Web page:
As published in “Geelong News” on 20-2-2001. Reprinted with permission.
Have you recently obtained a thermometer and are wondering where to put it? You can spend literally from two dollars to hundreds of dollars on an external thermometer or temperature gauge. The cheapest ones are usually accurate to within a few degrees, but generally, the more you pay, the better will be the result.
While it does not matter much where you install a barometer, inside or outside, it is vital your thermometer is not close to anything which might prevent the free flow of air or provide a heat or radiation source. For this reason it should be permanently in the shade, but not in a wind tunnel or cool corner. It should be about a metre above a grass surface. A garden thermometer stuck in with the tomato plants will tell you how hot it is among the tomatoes, but nothing else.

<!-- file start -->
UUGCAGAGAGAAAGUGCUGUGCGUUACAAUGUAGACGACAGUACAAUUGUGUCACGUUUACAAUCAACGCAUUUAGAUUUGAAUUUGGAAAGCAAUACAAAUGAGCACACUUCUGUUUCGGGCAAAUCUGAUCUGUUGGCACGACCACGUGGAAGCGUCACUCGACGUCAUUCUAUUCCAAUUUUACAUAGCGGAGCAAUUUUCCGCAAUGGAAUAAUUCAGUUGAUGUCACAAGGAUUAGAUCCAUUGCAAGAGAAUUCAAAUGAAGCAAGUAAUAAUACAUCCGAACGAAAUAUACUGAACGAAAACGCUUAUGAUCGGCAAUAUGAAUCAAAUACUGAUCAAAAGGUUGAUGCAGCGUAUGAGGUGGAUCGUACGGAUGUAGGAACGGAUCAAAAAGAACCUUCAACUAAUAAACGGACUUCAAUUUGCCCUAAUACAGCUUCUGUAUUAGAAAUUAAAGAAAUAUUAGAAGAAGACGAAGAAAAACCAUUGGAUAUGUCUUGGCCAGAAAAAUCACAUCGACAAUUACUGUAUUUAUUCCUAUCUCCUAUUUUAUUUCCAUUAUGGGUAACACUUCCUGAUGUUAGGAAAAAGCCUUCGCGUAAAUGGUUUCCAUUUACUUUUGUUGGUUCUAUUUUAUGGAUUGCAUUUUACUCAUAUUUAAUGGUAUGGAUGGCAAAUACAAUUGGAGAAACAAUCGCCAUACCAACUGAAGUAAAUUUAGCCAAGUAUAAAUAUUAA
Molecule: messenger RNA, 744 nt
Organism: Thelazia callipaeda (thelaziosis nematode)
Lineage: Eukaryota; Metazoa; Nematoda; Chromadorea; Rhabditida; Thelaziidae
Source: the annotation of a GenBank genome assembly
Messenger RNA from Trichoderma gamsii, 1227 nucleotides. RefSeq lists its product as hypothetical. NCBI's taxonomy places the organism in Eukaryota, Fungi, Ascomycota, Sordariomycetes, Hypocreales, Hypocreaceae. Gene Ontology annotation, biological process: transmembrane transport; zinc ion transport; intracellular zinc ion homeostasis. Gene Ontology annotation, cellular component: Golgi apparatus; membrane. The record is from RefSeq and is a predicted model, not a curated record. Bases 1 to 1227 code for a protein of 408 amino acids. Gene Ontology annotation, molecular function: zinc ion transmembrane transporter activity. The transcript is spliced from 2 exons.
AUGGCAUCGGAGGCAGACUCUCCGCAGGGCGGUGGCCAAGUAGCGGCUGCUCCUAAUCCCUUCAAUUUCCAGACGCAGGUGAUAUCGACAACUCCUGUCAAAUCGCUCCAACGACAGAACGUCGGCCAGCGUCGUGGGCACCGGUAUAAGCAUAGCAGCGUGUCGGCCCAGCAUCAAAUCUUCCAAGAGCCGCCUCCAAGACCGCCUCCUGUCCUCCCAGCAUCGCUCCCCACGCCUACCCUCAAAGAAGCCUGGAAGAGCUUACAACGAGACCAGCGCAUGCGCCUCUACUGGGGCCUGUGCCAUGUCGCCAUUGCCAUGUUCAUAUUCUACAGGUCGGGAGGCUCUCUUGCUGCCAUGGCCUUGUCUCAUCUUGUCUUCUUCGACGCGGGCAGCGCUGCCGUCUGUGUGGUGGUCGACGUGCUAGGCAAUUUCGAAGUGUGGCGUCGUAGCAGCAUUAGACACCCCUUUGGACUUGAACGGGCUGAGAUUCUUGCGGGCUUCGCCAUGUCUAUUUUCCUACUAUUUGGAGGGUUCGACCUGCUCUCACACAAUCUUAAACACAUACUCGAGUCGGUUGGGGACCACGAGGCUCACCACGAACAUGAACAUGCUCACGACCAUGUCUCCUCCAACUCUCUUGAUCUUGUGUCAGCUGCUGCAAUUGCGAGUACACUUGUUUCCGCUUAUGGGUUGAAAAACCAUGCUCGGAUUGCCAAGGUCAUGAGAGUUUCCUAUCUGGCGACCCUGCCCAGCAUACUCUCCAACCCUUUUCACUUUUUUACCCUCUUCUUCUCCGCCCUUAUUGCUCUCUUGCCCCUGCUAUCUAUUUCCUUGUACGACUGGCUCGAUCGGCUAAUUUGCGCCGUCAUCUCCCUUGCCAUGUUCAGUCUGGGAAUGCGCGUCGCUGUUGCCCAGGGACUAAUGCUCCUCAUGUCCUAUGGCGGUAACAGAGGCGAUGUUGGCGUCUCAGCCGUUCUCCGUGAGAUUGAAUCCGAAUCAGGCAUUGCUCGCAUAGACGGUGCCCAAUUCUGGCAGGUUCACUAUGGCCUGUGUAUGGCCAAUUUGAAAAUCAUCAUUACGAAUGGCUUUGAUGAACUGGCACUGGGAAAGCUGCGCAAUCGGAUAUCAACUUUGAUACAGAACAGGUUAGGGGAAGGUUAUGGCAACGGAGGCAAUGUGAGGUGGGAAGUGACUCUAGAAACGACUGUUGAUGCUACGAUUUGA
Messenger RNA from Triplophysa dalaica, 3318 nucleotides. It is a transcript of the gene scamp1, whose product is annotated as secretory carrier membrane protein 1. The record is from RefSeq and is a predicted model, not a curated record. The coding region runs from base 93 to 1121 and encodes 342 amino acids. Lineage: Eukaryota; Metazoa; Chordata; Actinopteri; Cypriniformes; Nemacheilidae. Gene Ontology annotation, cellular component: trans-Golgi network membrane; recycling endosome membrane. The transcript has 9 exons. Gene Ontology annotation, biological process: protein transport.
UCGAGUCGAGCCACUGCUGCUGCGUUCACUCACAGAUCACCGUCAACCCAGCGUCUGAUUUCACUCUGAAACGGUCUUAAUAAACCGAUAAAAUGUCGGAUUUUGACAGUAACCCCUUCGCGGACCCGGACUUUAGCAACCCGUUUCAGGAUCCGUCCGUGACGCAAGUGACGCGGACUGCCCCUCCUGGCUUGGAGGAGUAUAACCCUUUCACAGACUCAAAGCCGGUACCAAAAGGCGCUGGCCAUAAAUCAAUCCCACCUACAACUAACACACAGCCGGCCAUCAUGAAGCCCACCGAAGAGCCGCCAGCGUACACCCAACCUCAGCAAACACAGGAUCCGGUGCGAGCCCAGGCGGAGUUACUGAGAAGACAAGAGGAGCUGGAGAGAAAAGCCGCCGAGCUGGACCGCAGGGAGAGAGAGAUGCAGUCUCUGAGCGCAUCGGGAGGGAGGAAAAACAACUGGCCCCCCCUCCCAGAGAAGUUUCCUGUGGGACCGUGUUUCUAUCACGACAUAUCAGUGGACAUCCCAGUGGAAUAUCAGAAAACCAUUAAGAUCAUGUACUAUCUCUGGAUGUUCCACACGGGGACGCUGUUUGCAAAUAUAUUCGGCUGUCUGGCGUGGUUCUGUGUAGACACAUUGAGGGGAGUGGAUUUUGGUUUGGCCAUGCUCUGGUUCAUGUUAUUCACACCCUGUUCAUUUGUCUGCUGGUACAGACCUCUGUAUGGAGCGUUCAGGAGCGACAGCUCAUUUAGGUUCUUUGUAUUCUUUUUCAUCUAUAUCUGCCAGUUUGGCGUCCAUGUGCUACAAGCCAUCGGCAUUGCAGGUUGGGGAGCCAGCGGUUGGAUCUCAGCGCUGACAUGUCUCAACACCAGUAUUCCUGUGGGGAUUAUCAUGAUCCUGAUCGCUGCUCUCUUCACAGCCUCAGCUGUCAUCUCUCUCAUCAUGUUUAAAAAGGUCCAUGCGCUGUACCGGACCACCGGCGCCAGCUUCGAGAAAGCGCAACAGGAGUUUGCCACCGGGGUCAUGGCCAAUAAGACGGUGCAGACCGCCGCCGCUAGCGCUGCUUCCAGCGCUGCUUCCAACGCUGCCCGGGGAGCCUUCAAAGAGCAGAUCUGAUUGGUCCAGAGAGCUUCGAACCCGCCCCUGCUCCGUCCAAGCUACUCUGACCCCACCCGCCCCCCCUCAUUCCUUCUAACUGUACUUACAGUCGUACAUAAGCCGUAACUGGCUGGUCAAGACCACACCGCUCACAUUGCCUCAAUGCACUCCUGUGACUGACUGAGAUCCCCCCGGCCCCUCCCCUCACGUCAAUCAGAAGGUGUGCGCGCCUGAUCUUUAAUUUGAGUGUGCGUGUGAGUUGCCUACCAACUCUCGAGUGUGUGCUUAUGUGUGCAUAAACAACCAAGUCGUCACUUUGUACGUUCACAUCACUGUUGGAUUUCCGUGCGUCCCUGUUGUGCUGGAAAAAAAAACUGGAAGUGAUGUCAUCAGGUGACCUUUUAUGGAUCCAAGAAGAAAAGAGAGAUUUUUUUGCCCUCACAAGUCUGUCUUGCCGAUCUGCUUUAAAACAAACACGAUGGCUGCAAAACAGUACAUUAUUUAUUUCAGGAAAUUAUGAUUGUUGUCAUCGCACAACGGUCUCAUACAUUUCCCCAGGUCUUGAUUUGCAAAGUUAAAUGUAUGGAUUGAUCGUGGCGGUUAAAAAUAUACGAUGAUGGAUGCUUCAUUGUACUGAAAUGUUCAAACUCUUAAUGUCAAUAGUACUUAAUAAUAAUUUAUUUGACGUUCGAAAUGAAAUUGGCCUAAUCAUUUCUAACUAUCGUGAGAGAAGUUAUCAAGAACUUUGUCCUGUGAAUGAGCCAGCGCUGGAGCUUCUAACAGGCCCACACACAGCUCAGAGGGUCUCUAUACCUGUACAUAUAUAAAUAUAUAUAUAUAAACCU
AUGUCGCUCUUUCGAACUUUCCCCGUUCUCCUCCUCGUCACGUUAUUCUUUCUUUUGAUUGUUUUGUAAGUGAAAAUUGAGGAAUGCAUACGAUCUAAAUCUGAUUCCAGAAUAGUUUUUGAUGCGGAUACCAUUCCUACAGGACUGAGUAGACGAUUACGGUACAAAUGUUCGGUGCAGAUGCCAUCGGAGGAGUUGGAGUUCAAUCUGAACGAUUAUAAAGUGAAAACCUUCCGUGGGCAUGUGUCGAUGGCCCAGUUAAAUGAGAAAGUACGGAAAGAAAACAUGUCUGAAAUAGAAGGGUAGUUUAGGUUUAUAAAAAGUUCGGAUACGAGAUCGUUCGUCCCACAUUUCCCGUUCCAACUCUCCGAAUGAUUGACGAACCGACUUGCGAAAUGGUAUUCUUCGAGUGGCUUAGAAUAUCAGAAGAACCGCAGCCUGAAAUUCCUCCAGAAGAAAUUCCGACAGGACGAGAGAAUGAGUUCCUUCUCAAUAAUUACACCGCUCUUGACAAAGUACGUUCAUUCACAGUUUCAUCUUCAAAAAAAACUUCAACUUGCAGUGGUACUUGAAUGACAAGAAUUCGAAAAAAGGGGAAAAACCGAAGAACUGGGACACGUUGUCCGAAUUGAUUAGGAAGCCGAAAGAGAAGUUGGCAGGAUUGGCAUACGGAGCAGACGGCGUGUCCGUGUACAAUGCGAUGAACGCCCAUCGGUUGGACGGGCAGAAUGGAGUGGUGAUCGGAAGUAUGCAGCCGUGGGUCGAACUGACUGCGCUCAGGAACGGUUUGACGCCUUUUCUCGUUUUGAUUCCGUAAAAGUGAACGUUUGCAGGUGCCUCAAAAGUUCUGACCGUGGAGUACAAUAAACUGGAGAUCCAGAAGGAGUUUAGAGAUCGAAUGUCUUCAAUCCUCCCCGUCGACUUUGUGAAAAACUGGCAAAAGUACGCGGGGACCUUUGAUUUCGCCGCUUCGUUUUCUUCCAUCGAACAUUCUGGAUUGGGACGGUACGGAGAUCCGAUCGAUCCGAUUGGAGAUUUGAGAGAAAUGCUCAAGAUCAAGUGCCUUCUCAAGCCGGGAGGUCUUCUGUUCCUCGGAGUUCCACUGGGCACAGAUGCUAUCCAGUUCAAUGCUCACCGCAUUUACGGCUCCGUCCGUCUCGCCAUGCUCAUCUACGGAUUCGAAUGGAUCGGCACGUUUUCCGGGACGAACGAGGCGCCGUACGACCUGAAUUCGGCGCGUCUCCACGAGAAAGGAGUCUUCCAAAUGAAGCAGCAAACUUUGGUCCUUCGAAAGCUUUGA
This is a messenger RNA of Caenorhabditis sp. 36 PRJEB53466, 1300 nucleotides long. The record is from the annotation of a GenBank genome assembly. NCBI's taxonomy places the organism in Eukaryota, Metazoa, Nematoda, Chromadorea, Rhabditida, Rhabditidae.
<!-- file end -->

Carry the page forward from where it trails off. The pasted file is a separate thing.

Generally an unshielded thermometer should be placed on the south side of a house because this will often be more likely to be in the shade and not be subject to radiation from the hot north-facing walls. A radiation shield of some type is important for an accurate result, either a commercially-available one (about $100) or even a white, wooden box with louvre slats.
What about under the eaves of a south-facing wall? Often this will end up being the home of the thermometer or electronic temperature sensor.
Just remember – it will only tell you what the temperature is where it is located, so if the official high temperature for Geelong is 38.5º and your thermometer shows 41º there are four possibilities:
- Yours may not be located properly to accurately measure the air temperature, or,
- Yours may be located correctly but be an inaccurate gauge one, or,
- There may be a difference between the air temperature at your location compared to the Bureau’s location at the Mt Duneed airport,
- Or a combination of all the above.